Rebecca Jonas, Thomas Jefferson UniversityFollow
Emil Barkovich, The George Washington University School of Medicine
Andrew D Choi, The George Washington University School of Medicine
William F Griffin, The George Washington University School of Medicine
Joanna Riess, The George Washington University School of Medicine
Hugo Marques, Faculdade de Ciências Médicas
Hyuk-Jae Chang, Yonsei University College of Medicine
Jung Hyun Choi, Ontact Health, Inc.
Joon-Hyung Doh, Inje University Ilsan Paik Hospital
Ae-Young Her, Kang Won National University Hospital
Bon-Kwon Koo, Seoul National University Hospital
Chang-Wook Nam, Keimyung University Dongsan Hospital
Hyung-Bok Park, Catholic Kwandong University College of Medicine
Sang-Hoon Shin, National Health Insurance Service Ilsan Hospital
Jason Cole, Mobile Cardiology Associates
Alessia Gimelli, Fondazione Toscana Gabriele Monasterio
Muhammad Akram Khan, Cardiac Center of Texas
Bin Lu, Fuwai Hospital
Yang Gao, Fuwai Hospital
Faisal Nabi, Houston Methodist Hospital
Ryo Nakazato, St. Luke's International Hospital
U Joseph Schoepf, Medical University of South Carolina
Roel S Driessen, VU University Medical Center
Michiel J Bom, VU University Medical Center
Randall C Thompson, St. Luke's Mid America Heart Institute
James J Jang, Kaiser Permanente San Jose Medical Center
Michael Ridner, Heart Center Research
Chris Rowan, Renown Heart and Vascular Institute
Erick Avelar, Oconee Heart and Vascular Center at St Mary's Hospital
Philippe Généreux, Gagnon Cardiovascular Institute at Morristown Medical Center
Paul Knaapen, VU University Medical Center
Guus A de Waard, VU University Medical Center
Gianluca Pontone, Centro Cardiologico Monzino
Daniele Andreini, Centro Cardiologico Monzino
Marco Guglielmo, Centro Cardiologico Monzino
Mouaz H Al-Mallah, St. Luke's International Hospital
Robert S Jennings, Cleerly Inc
Tami R Crabtree, Cleerly Inc
James P Earls, The George Washington University School of Medicine

Document Type


Publication Date



This article is the author’s final published version in Clinical Imaging, Volume 84, April 2022, Pages 149-158.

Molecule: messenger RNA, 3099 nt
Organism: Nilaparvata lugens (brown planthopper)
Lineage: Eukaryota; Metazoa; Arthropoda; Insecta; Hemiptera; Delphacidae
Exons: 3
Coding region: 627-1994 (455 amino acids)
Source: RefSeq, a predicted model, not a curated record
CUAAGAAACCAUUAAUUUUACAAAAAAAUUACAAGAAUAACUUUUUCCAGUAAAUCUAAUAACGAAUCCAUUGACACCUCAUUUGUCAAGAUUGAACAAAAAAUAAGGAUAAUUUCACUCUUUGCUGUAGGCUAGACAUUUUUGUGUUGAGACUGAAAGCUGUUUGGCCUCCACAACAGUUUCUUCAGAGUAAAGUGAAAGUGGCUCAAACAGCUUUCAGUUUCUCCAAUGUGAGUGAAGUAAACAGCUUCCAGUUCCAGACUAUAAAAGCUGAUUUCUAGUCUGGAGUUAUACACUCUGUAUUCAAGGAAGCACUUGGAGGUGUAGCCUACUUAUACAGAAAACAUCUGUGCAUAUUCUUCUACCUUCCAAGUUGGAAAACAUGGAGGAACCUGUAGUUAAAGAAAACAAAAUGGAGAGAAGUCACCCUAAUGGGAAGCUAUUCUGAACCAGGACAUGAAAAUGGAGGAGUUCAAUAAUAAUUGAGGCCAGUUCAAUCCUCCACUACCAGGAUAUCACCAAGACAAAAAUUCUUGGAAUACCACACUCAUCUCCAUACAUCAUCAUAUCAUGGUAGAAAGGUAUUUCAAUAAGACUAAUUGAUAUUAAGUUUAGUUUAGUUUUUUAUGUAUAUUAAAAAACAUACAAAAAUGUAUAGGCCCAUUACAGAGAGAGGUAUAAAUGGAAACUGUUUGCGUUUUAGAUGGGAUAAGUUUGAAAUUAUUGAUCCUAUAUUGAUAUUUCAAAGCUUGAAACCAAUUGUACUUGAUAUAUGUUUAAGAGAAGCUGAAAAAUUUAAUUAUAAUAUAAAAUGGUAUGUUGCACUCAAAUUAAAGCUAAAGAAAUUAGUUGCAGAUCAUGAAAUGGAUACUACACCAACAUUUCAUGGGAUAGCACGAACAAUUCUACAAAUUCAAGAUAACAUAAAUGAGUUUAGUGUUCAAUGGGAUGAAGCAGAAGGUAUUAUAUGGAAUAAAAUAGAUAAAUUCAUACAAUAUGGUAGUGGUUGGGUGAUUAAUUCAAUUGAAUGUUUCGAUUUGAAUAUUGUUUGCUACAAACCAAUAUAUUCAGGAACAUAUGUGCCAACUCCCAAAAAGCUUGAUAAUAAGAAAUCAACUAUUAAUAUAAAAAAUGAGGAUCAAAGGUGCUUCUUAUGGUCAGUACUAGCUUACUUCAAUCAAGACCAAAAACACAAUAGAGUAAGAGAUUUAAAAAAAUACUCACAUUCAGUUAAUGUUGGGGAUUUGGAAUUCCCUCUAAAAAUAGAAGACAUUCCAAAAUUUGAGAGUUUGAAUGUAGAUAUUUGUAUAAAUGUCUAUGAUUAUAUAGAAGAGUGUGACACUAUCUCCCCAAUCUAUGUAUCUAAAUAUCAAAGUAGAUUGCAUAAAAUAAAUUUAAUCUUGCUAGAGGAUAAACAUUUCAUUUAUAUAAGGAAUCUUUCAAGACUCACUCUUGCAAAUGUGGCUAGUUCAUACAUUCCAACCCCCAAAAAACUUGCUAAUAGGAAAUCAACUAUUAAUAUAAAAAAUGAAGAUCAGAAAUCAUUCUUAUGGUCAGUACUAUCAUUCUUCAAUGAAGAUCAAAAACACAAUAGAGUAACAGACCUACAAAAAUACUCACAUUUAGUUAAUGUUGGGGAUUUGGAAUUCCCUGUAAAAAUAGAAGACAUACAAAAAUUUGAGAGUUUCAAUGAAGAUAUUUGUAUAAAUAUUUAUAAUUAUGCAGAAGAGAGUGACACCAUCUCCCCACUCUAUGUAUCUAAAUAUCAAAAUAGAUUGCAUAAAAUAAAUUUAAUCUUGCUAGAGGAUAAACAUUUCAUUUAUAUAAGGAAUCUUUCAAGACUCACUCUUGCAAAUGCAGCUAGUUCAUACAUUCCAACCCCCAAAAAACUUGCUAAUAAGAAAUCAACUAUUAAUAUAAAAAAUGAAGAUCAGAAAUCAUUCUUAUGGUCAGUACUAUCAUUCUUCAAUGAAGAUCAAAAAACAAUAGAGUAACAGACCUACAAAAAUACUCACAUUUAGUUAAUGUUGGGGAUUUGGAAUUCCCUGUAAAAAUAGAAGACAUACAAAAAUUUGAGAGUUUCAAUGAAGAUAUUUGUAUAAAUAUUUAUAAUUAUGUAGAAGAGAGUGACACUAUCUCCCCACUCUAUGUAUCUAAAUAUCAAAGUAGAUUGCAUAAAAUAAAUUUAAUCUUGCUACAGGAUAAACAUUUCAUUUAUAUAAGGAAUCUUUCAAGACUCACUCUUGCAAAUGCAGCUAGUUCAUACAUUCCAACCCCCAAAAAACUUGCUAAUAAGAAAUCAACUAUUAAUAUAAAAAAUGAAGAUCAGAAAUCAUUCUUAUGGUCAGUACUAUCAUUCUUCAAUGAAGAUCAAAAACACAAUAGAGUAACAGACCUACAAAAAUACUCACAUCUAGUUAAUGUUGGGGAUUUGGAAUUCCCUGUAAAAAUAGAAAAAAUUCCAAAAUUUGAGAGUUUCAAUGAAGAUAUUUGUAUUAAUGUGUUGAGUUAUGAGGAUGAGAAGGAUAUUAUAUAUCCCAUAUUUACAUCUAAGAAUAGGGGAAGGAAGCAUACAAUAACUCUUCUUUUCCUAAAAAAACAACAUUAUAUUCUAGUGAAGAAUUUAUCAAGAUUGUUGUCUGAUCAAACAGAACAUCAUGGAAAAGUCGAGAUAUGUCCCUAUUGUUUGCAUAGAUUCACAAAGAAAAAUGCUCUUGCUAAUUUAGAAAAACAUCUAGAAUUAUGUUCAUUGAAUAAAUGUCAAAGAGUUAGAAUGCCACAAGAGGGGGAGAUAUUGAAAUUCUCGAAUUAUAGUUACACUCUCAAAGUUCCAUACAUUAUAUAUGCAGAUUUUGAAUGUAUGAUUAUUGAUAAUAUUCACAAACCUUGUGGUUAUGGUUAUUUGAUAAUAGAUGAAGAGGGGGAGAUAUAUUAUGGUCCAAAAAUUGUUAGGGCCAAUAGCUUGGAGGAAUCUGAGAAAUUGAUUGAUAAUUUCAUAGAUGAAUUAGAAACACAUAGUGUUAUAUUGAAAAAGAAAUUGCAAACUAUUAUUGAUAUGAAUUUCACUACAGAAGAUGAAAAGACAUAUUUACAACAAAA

The published version is available at Copyright © Jonas et al.


Objectives: To determine whether coronary computed tomography angiography (CCTA) scanning, scan preparation, contrast, and patient based parameters influence the diagnostic performance of an artificial intelligence (AI) based analysis software for identifying coronary lesions with ≥50% stenosis.

Background: CCTA is a noninvasive imaging modality that provides diagnostic and prognostic benefit to patients with coronary artery disease (CAD). The use of AI enabled quantitative CCTA (AI-QCT) analysis software enhances our diagnostic and prognostic ability, however, it is currently unclear whether software performance is influenced by CCTA scanning parameters.

Methods: CCTA and quantitative coronary CT (QCT) data from 303 stable patients (64 ± 10 years, 71% male) from the derivation arm of the CREDENCE Trial were retrospectively analyzed using an FDA-cleared cloud-based software that performs AI-enabled coronary segmentation, lumen and vessel wall determination, plaque quantification and characterization, and stenosis determination. The algorithm's diagnostic performance measures (sensitivity, specificity, and accuracy) for detecting coronary lesions of ≥50% stenosis were determined based on concordance with QCA measurements and subsequently compared across scanning parameters (including scanner vendor, model, single vs dual source, tube voltage, dose length product, gating technique, timing method), scan preparation technique (use of beta blocker, use and dose of nitroglycerin), contrast administration parameters (contrast type, infusion rate, iodine concentration, contrast volume) and patient parameters (heart rate and BMI).

Results: Within the patient cohort, 13% demonstrated ≥50% stenosis in 3 vessel territories, 21% in 2 vessel territories, 35% in 1 vessel territory while 32% had <50% stenosis in all vessel territories evaluated by QCA. Average AI analysis time was 10.3 ± 2.7 min. On a per vessel basis, there were significant differences only in sensitivity for ≥50% stenosis based on contrast type (iso-osmolar 70.0% vs non isoosmolar 92.1% p = 0.0345) and iodine concentration (<350 mg/ml 70.0%, 350-369 mg/ml 90.0%, 370-400 mg/ml 90.0%, >400 mg/ml 95.2%; p = 0.0287) in the context of low injection flow rates. On a per patient basis there were no significant differences in AI diagnostic performance measures across all measured scanner, scan technique, patient preparation, contrast, and individual patient parameters.

Conclusion: The diagnostic performance of AI-QCT analysis software for detecting moderate to high grade stenosis are unaffected by commonly used CCTA scanning parameters and across a range of common scanning, scanner, contrast and patient variables.

Condensed abstract: An AI-enabled quantitative CCTA (AI-QCT) analysis software has been validated as an effective tool for the identification, quantification and characterization of coronary plaque and stenosis through comparison to blinded expert readers and quantitative coronary angiography. However, it is unclear whether CCTA screening parameters related to scanner parameters, scan technique, contrast volume and rate, radiation dose, or a patient's BMI or heart rate at time of scan affect the software's diagnostic measures for detection of moderate to high grade stenosis. AI performance measures were unaffected across a broad range of commonly encountered scanner, patient preparation, scan technique, intravenous contrast and patient parameters.

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Creative Commons License
This work is licensed under a Creative Commons Attribution-Noncommercial-No Derivative Works 4.0 License.

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